Ischaemic stroke hospitalisations increase in young, research shows

134

The number of acute ischaemic stroke hospitalisations among middle-aged and older men and women fell between 1994 and 2007, but sharply increased among those under age 35 — including teens and children — according to research presented at the American Stroke Association’s International Stroke Conference 2011.

Analysts at the US Centers for Disease Control and Prevention (CDC), reviewing hospitalisation data by age and gender, identified declining rates of 51% in girls 0-4 years and 25% in men and 29% in women over 45. However, the number of ischaemic stroke hospitalisations increased 51% in males between ages 15 and 34 during the period studied. It also increased 17% in females between 15 and 34.

 

Among children and teens, they found a 31% increase in boys between 5 to 14 years and a 36% increase among girls 5 to 14 years.

 

Among the younger middle-aged set, they found a 47% increase among men 35-44 and a 36% increase among women 35-44.

 

“I believe this is the first large study to report these findings, stratified by age and gender,” said Xin Tong, a health statistician with the CDC’s division for Heart Disease and Stroke Prevention in Atlanta, USA. “We cannot link anything in particular to the trend in younger patients, but I believe, the role of obesity and hypertension will prompt a big discussion. Unfortunately, right now we cannot speculate on the causes.”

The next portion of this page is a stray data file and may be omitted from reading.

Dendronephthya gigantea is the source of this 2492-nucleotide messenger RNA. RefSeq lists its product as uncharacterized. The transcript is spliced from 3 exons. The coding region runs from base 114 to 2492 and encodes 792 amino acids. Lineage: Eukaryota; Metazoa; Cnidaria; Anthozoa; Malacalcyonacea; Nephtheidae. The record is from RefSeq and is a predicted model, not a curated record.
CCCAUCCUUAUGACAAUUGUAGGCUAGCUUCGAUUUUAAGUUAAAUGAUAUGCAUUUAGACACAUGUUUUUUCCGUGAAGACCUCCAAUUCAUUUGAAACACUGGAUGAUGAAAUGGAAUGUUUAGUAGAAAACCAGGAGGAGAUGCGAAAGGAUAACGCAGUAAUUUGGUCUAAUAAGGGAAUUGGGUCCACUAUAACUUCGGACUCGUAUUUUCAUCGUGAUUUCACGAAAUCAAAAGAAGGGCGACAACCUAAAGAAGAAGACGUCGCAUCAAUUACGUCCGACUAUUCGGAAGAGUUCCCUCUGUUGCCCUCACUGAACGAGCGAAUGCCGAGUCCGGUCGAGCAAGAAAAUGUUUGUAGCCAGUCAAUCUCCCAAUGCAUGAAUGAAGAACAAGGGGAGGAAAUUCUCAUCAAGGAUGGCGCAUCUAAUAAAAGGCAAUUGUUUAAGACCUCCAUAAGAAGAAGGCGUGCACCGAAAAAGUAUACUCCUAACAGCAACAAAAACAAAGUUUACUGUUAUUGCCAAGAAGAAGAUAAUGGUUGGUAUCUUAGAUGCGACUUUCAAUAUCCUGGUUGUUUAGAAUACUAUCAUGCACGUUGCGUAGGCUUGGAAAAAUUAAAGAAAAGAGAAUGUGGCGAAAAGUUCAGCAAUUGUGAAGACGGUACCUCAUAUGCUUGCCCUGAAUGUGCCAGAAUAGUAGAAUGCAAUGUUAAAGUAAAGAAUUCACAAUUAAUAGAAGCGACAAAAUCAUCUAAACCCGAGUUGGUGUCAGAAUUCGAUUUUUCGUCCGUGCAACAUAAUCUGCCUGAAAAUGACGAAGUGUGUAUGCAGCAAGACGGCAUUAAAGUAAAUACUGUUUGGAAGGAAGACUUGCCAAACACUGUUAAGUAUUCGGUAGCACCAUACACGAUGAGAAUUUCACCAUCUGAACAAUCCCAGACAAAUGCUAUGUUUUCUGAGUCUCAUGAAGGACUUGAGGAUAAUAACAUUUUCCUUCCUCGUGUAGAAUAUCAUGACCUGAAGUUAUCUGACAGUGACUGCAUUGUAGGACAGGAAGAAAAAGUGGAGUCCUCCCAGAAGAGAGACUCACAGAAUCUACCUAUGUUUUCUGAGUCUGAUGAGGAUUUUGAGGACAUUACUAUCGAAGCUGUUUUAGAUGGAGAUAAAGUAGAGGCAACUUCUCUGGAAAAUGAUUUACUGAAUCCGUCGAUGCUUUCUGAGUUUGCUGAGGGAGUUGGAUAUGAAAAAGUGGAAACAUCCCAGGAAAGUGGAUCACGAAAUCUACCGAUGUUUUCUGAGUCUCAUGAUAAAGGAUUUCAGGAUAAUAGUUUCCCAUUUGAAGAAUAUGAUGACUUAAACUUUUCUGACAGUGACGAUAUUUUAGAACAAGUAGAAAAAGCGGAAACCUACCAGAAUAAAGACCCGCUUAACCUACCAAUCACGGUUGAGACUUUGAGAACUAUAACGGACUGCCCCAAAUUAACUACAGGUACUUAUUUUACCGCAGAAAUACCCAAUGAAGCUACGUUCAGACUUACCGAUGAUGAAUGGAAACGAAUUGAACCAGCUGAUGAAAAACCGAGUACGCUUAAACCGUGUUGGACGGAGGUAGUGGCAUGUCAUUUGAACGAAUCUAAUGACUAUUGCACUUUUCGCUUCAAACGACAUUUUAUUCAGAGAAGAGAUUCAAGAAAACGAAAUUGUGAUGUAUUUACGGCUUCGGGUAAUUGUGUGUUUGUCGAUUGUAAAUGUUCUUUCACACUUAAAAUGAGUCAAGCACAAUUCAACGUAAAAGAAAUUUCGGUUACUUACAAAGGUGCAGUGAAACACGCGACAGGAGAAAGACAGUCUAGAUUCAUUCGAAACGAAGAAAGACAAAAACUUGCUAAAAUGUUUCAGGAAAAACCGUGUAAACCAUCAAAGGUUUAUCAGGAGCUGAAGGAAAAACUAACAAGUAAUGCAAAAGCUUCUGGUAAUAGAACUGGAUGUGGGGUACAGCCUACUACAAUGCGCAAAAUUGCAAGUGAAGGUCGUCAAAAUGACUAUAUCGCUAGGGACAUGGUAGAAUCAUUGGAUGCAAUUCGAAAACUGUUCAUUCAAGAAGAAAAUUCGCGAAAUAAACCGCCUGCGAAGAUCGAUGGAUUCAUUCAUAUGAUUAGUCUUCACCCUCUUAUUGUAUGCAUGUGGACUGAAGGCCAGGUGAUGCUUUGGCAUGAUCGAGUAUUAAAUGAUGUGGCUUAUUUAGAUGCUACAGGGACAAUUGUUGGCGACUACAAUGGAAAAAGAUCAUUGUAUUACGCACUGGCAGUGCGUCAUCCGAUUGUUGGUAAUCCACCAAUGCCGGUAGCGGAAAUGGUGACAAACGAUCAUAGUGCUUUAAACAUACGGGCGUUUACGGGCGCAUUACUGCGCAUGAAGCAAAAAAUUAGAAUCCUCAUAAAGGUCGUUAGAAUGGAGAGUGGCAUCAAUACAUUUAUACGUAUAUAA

The unit of analysis was hospitalisation, so researchers could not draw any firm connections or determine what factors are driving the increase in ischaemic stroke cases among the young.

 

Hospitals and physicians should be aware of the rising risk of stroke in young people, and the necessity to educate them about stroke symptoms, Tong said.

 

“Acute ischaemic stroke is currently considered something that mostly happens to older people, but awareness of rising rates in the young is important or else tPA and other important stroke treatment may be unnecessarily delayed in younger patients,” she said. The research group is pursuing additional investigation on this subject,Tong added.